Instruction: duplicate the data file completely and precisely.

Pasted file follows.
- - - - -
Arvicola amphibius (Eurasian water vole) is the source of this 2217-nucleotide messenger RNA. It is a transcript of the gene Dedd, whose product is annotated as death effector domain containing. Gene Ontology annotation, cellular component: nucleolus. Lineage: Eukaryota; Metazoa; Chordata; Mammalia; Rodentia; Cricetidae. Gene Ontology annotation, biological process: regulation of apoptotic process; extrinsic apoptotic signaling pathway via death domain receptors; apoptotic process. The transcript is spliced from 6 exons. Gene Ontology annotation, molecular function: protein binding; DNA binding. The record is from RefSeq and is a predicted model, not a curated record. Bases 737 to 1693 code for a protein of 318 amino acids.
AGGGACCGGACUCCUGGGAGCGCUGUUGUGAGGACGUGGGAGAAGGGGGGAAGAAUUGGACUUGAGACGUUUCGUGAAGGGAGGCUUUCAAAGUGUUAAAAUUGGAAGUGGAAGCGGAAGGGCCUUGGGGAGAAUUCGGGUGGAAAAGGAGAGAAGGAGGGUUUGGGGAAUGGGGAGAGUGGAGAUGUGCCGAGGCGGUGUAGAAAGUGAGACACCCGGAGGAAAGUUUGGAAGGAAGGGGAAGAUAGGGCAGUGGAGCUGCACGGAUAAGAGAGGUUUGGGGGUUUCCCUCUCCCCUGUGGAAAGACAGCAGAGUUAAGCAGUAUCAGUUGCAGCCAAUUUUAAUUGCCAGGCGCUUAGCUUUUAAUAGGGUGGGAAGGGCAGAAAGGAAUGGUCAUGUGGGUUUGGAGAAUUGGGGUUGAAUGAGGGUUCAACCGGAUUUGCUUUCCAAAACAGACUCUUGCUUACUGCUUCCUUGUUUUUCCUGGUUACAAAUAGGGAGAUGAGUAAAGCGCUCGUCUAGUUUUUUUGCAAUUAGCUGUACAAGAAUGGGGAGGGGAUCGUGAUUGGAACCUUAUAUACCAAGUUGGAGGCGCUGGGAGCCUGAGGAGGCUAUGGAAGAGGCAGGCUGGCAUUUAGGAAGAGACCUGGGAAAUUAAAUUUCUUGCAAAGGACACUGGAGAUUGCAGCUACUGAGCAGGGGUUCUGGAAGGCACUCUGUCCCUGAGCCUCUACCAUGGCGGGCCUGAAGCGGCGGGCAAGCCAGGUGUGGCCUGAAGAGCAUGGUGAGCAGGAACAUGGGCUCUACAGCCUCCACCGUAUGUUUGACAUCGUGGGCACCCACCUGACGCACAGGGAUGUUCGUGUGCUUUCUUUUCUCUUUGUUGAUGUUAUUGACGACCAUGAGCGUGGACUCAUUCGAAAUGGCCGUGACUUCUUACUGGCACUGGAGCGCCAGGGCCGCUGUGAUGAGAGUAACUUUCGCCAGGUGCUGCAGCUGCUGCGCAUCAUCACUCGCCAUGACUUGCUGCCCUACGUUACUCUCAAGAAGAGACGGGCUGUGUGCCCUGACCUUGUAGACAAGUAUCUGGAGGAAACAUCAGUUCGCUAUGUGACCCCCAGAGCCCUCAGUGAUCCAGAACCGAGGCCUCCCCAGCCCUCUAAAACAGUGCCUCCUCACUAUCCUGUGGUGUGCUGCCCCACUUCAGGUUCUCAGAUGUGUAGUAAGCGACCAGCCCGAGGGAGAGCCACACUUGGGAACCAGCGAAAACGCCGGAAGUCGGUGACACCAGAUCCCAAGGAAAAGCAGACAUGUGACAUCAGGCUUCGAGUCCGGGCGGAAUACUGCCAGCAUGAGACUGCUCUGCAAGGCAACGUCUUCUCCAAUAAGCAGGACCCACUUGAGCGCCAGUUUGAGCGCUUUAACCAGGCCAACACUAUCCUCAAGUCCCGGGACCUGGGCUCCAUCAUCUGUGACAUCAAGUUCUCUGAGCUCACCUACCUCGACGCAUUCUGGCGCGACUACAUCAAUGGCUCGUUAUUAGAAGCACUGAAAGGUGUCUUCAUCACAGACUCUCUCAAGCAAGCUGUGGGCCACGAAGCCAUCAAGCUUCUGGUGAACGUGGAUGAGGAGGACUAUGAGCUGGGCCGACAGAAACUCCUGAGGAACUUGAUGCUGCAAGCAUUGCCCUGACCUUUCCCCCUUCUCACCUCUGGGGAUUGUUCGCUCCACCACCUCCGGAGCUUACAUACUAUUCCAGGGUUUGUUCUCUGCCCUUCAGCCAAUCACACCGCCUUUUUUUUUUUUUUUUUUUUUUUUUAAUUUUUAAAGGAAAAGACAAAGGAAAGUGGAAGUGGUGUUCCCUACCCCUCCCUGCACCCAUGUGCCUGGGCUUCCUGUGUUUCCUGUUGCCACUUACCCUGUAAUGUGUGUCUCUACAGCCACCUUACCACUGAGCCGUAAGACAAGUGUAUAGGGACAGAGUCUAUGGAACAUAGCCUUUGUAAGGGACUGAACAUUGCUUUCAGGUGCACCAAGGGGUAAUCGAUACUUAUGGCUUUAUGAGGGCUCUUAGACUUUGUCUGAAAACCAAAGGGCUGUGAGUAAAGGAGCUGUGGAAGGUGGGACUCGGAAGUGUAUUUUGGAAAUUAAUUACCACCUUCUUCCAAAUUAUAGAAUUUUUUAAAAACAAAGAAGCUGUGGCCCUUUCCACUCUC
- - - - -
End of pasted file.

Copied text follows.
Arvicola amphibius (Eurasian water vole) is the source of this 2217-nucleotide messenger RNA. It is a transcript of the gene Dedd, whose product is annotated as death effector domain containing. Gene Ontology annotation, cellular component: nucleolus. Lineage: Eukaryota; Metazoa; Chordata; Mammalia; Rodentia; Cricetidae. Gene Ontology annotation, biological process: regulation of apoptotic process; extrinsic apoptotic signaling pathway via death domain receptors; apoptotic process. The transcript is spliced from 6 exons. Gene Ontology annotation, molecular function: protein binding; DNA binding. The record is from RefSeq and is a predicted model, not a curated record. Bases 737 to 1693 code for a protein of 318 amino acids.
AGGGACCGGACUCCUGGGAGCGCUGUUGUGAGGACGUGGGAGAAGGGGGGAAGAAUUGGACUUGAGACGUUUCGUGAAGGGAGGCUUUCAAAGUGUUAAAAUUGGAAGUGGAAGCGGAAGGGCCUUGGGGAGAAUUCGGGUGGAAAAGGAGAGAAGGAGGGUUUGGGGAAUGGGGAGAGUGGAGAUGUGCCGAGGCGGUGUAGAAAGUGAGACACCCGGAGGAAAGUUUGGAAGGAAGGGGAAGAUAGGGCAGUGGAGCUGCACGGAUAAGAGAGGUUUGGGGGUUUCCCUCUCCCCUGUGGAAAGACAGCAGAGUUAAGCAGUAUCAGUUGCAGCCAAUUUUAAUUGCCAGGCGCUUAGCUUUUAAUAGGGUGGGAAGGGCAGAAAGGAAUGGUCAUGUGGGUUUGGAGAAUUGGGGUUGAAUGAGGGUUCAACCGGAUUUGCUUUCCAAAACAGACUCUUGCUUACUGCUUCCUUGUUUUUCCUGGUUACAAAUAGGGAGAUGAGUAAAGCGCUCGUCUAGUUUUUUUGCAAUUAGCUGUACAAGAAUGGGGAGGGGAUCGUGAUUGGAACCUUAUAUACCAAGUUGGAGGCGCUGGGAGCCUGAGGAGGCUAUGGAAGAGGCAGGCUGGCAUUUAGGAAGAGACCUGGGAAAUUAAAUUUCUUGCAAAGGACACUGGAGAUUGCAGCUACUGAGCAGGGGUUCUGGAAGGCACUCUGUCCCUGAGCCUCUACCAUGGCGGGCCUGAAGCGGCGGGCAAGCCAGGUGUGGCCUGAAGAGCAUGGUGAGCAGGAACAUGGGCUCUACAGCCUCCACCGUAUGUUUGACAUCGUGGGCACCCACCUGACGCACAGGGAUGUUCGUGUGCUUUCUUUUCUCUUUGUUGAUGUUAUUGACGACCAUGAGCGUGGACUCAUUCGAAAUGGCCGUGACUUCUUACUGGCACUGGAGCGCCAGGGCCGCUGUGAUGAGAGUAACUUUCGCCAGGUGCUGCAGCUGCUGCGCAUCAUCACUCGCCAUGACUUGCUGCCCUACGUUACUCUCAAGAAGAGACGGGCUGUGUGCCCUGACCUUGUAGACAAGUAUCUGGAGGAAACAUCAGUUCGCUAUGUGACCCCCAGAGCCCUCAGUGAUCCAGAACCGAGGCCUCCCCAGCCCUCUAAAACAGUGCCUCCUCACUAUCCUGUGGUGUGCUGCCCCACUUCAGGUUCUCAGAUGUGUAGUAAGCGACCAGCCCGAGGGAGAGCCACACUUGGGAACCAGCGAAAACGCCGGAAGUCGGUGACACCAGAUCCCAAGGAAAAGCAGACAUGUGACAUCAGGCUUCGAGUCCGGGCGGAAUACUGCCAGCAUGAGACUGCUCUGCAAGGCAACGUCUUCUCCAAUAAGCAGGACCCACUUGAGCGCCAGUUUGAGCGCUUUAACCAGGCCAACACUAUCCUCAAGUCCCGGGACCUGGGCUCCAUCAUCUGUGACAUCAAGUUCUCUGAGCUCACCUACCUCGACGCAUUCUGGCGCGACUACAUCAAUGGCUCGUUAUUAGAAGCACUGAAAGGUGUCUUCAUCACAGACUCUCUCAAGCAAGCUGUGGGCCACGAAGCCAUCAAGCUUCUGGUGAACGUGGAUGAGGAGGACUAUGAGCUGGGCCGACAGAAACUCCUGAGGAACUUGAUGCUGCAAGCAUUGCCCUGACCUUUCCCCCUUCUCACCUCUGGGGAUUGUUCGCUCCACCACCUCCGGAGCUUACAUACUAUUCCAGGGUUUGUUCUCUGCCCUUCAGCCAAUCACACCGCCUUUUUUUUUUUUUUUUUUUUUUUUUAAUUUUUAAAGGAAAAGACAAAGGAAAGUGGAAGUGGUGUUCCCUACCCCUCCCUGCACCCAUGUGCCUGGGCUUCCUGUGUUUCCUGUUGCCACUUACCCUGUAAUGUGUGUCUCUACAGCCACCUUACCACUGAGCCGUAAGACAAGUGUAUAGGGACAGAGUCUAUGGAACAUAGCCUUUGUAAGGGACUGAACAUUGCUUUCAGGUGCACCAAGGGGUAAUCGAUACUUAUGGCUUUAUGAGGGCUCUUAGACUUUGUCUGAAAACCAAAGGGCUGUGAGUAAAGGAGCUGUGGAAGGUGGGACUCGGAAGUGUAUUUUGGAAAUUAAUUACCACCUUCUUCCAAAUUAUAGAAUUUUUUAAAAACAAAGAAGCUGUGGCCCUUUCCACUCUC